In Napa, the spirit of preservation seems to have been passed down as much of the land itself. The next generation of Napa Valley growers, like Tom Gamble, an Oakville-based winemaker, McGuire’s son, have taken over.
In 1990, the younger generation passed an ordinance known as Measure J, which demanded a referendum to convert protected farmland to non-farm use, rather than a supervisory board vote. This decision was extended in 2008 by the P measure, which considerably strengthened the integrity of the Ag Preserve until at least 2058.
âThis love for the land, my mom and dad and my other ancestors passed on to us and really set an example,â says Gamble. âSo I think that’s why you still have the Farm Bureau and the wineries and other organizations that want to work so hard to preserve this place.â
Gamble, who considers sustainability a core value of his Gamble family wineries, has learned from the example of his parents and their peers not to take Napa Valley for granted.
âPeople think it just happened or always has been like this, and it hasn’t,â he says. âIt was a fight. It’s a struggle to date.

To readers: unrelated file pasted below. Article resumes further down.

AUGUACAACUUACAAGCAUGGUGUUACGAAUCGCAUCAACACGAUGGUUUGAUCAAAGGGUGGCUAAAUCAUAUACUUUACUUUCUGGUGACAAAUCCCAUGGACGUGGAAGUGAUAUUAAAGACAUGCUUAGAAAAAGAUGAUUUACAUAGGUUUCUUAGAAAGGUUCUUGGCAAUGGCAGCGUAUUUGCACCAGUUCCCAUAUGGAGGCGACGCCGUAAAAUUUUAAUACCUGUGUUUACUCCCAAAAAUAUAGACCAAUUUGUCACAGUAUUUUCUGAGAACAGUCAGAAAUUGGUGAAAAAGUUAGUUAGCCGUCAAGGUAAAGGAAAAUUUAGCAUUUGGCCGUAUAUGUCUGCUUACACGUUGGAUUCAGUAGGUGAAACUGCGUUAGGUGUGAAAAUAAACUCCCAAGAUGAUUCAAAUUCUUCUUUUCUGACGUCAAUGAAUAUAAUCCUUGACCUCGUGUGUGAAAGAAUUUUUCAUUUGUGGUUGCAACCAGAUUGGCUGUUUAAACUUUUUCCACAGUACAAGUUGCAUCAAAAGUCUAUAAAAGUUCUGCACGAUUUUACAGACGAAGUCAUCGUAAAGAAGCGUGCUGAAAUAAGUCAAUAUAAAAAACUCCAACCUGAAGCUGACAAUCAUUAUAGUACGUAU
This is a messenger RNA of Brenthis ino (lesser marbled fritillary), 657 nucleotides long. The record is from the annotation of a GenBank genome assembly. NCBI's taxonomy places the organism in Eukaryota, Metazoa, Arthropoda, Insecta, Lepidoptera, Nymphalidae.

The consensus among Napa Valley winegrowers is that without the Ag Preserve, the region’s fertile land would be paved and populated.
âI firmly believe that without the Ag Preserve, Napa Valley probably wouldn’t be a big factor in the wine world today,â says Harris.
âWe have to think about what supports this preservation, which means looking to the future, anticipating problems, taking into account limits and acting in such a way that we continue to produce the beautiful wines that we have in the past,â says Winiarski. âI think as far as I can, I should continue to give my full contribution to the same cause I worked for in the beginning, to avoid things that would reduce the valley’s ability to continue into the future.